Pulmonary thromboendarterectomy is a relatively new approach to normalizing the elevated pulmonary vascular resistance that may result from a chronic, adsorbed thrombus and is feasible in patients who have thrombotic obstruction at the level of the large, elastic pulmonary arteries as was present in this patient. Lung transplantation is the only other procedure that offers hope for cure. In 2003, only about 2500 PTEs had been performed worldwide.[4] They are mainly performed at specialized centers such as the University of California, San Diego, where this patient was referred. The surgery itself is different from an embolectomy and involves dissection of the thrombus as well as part of the intimal layer of the effected pulmonary artery.[10] The surgery offers increased survival (>75% at 5 years vs 40% at 4 years for lung transplantation), function, and quality of life[4,11,12,13,14], but the 30-day mortality associated with surgery ranges from 4.4% to 18%.[4,11,12,13] Patients meeting the criteria for surgery should be referred to centers familiar with the procedure in order to maximize success with the least risk.

There are limited data on predictors of success for the surgery and specific indications. Nevertheless, the American College of Chest Physicians (ACCP) recently published Practice Guidelines including selection criteria for surgery.[10] They identified the following 4 criteria: (1) New York Heart Association Class III or IV symptoms; (2) a pulmonary vascular resistance of 300 dynes·s-1·cm-5; (3) surgically accessible thrombus defined as thrombus in the main, lobar, or segmental pulmonary arteries; and (4) no significant comorbidities (especially severe underlying lung disease).[10]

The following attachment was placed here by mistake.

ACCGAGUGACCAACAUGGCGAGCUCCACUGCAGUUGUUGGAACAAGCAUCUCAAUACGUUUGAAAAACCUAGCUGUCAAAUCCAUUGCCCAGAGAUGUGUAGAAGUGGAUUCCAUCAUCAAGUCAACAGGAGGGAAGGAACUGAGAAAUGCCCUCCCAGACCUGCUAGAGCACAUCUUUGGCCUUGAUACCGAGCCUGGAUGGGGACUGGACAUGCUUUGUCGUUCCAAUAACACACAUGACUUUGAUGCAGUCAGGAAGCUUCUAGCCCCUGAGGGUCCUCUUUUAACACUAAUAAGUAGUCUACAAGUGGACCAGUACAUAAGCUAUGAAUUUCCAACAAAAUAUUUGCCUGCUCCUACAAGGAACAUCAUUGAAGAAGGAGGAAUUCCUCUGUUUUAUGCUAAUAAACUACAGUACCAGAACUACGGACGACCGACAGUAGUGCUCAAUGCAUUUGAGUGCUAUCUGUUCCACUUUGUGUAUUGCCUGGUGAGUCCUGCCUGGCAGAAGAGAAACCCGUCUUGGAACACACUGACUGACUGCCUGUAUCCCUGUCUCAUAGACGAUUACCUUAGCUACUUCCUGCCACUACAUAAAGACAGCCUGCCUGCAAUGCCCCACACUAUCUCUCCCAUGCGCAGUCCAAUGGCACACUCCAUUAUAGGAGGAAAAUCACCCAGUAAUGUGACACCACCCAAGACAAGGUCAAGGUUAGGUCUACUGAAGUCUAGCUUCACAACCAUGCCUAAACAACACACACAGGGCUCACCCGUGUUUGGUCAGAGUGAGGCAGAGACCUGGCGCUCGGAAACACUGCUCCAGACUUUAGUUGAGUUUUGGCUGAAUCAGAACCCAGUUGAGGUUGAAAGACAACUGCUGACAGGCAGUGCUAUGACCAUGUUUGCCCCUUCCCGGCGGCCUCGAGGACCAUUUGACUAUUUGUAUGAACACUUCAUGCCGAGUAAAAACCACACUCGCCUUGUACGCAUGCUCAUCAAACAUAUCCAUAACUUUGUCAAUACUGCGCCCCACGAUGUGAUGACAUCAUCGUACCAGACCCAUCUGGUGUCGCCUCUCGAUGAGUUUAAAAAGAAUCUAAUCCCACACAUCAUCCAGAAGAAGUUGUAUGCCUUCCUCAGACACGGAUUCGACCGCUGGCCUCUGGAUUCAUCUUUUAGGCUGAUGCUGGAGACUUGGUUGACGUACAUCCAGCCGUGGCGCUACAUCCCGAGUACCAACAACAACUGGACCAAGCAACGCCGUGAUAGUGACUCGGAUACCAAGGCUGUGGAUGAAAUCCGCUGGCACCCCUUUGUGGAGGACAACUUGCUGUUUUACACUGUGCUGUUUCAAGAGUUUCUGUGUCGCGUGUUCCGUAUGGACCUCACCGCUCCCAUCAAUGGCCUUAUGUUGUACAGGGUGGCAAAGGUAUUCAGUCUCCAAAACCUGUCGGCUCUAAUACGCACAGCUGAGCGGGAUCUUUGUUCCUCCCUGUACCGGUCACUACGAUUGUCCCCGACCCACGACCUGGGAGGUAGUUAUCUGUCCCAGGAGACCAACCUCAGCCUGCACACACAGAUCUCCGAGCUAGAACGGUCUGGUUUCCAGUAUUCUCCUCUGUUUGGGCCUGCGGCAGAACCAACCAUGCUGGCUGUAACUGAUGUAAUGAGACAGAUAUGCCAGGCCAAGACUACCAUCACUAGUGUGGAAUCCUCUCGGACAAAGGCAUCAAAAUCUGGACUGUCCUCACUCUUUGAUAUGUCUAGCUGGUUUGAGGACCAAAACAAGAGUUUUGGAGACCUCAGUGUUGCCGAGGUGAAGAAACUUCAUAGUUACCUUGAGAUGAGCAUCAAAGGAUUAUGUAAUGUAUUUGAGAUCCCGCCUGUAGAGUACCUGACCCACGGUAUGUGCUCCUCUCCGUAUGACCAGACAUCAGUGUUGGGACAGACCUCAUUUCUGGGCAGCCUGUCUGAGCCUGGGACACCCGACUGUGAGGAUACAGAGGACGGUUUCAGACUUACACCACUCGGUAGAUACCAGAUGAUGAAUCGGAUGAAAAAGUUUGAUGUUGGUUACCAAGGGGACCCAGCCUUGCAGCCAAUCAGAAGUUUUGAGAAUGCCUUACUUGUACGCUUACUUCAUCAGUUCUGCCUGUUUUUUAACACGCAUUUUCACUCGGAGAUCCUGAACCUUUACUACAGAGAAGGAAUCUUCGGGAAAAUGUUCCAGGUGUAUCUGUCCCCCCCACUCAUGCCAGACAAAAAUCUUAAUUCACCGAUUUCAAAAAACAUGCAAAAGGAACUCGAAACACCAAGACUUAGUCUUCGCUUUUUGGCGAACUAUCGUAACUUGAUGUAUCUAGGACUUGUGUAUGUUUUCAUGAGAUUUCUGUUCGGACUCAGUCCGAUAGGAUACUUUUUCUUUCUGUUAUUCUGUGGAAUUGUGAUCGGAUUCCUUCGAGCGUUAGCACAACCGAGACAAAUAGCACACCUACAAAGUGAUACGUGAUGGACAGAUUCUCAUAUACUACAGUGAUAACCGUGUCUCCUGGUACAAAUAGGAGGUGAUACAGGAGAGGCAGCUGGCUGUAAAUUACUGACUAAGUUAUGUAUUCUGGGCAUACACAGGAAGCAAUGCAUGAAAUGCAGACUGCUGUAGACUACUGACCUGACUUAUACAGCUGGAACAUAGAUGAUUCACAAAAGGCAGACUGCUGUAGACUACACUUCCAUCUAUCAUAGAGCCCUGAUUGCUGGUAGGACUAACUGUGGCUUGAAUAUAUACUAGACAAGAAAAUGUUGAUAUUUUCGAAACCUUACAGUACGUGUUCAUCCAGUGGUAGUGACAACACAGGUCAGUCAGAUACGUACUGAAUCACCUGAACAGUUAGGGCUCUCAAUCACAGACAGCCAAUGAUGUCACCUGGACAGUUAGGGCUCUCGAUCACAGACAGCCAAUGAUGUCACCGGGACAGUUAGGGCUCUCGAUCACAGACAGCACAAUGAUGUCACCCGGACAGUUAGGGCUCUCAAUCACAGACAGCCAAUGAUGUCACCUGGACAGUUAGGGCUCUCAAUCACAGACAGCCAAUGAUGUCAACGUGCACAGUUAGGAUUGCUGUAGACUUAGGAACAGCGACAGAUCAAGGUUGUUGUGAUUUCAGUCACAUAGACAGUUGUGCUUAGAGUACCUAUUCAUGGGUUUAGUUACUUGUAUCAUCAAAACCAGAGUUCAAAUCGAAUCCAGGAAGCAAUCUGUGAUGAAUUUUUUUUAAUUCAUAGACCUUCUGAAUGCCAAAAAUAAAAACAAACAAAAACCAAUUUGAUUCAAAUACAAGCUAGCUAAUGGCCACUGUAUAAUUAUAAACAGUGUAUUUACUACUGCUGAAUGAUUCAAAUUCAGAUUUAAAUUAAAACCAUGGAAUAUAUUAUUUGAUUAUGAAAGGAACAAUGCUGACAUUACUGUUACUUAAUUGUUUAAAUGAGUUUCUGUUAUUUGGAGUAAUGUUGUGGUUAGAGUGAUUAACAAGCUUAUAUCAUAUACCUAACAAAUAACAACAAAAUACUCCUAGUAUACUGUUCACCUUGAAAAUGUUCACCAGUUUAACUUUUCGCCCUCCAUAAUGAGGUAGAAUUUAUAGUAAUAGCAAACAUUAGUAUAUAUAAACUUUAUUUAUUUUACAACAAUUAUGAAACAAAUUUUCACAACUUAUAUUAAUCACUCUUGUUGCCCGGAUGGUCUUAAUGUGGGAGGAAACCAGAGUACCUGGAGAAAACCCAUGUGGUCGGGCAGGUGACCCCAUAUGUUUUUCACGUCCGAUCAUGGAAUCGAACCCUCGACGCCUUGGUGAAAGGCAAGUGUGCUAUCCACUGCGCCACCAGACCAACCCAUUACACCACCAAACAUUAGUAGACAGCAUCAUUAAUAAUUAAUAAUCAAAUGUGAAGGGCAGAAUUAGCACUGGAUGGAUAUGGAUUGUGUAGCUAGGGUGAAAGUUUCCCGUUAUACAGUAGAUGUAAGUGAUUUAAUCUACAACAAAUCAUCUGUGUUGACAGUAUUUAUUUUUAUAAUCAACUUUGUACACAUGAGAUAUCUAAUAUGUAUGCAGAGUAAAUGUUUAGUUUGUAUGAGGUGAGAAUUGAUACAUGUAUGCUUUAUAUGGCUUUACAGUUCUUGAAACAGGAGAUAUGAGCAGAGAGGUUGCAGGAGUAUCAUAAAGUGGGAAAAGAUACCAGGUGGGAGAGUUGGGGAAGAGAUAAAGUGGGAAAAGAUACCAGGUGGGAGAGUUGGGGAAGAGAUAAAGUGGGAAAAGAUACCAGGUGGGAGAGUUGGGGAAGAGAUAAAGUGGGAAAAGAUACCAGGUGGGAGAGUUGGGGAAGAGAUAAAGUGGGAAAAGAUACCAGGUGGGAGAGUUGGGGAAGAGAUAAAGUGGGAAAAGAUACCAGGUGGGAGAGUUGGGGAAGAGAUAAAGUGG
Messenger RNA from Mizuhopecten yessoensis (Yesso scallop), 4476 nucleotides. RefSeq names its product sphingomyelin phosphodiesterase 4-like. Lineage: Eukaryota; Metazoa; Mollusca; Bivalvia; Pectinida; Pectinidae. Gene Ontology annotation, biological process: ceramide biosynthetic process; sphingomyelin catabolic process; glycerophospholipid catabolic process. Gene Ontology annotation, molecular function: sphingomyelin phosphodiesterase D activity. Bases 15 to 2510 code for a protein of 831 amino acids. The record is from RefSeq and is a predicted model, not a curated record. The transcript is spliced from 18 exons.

PASP was not used as a selection criteria, as the available data suggest that there is no need to perform surgery just because of an elevated PASP in the absence of significant symptoms. However, significantly high levels of PASP such as that seen in our patient may indicate a need for surgery to avoid potential long-term effects of pulmonary hypertension. A recent case-control study demonstrated that patients with very high PASPs (>100 mm Hg) can also undergo the procedure with good outcomes.[15] In fact, the mortality was 6% lower in the patients with PASPs > 100 mm Hg, and the same group had larger reductions in PASP. Further studies are warranted to determine the most appropriate indications for PTE.

It is important to note that PTE patients with APS and a history of venous thromboembolism still require lifelong anticoagulation given the high rates of recurrence. A recent systematic review recommended warfarin with a goal INR of 2.0-3.0 as initial treatment.[1] If a patient has a recurrent event, then the recommendations are less clear. The first step is to ensure that the patient is reaching a therapeutic range on warfarin. If the range is therapeutic but has failed in the patient, then one option is to increase the INR target range to 2.5-3.5 or 3.0-4.0. Some studies suggest that switching the patient to low-molecular-weight heparin (LMWH) alone or adding clopidogrel or aspirin to warfarin may be successful.[1]


Comments on Medscape are moderated and should be professional in tone and on topic. You must declare any conflicts of interest related to your comments and responses. Please see our Commenting Guide for further information. We reserve the right to remove posts at our sole discretion.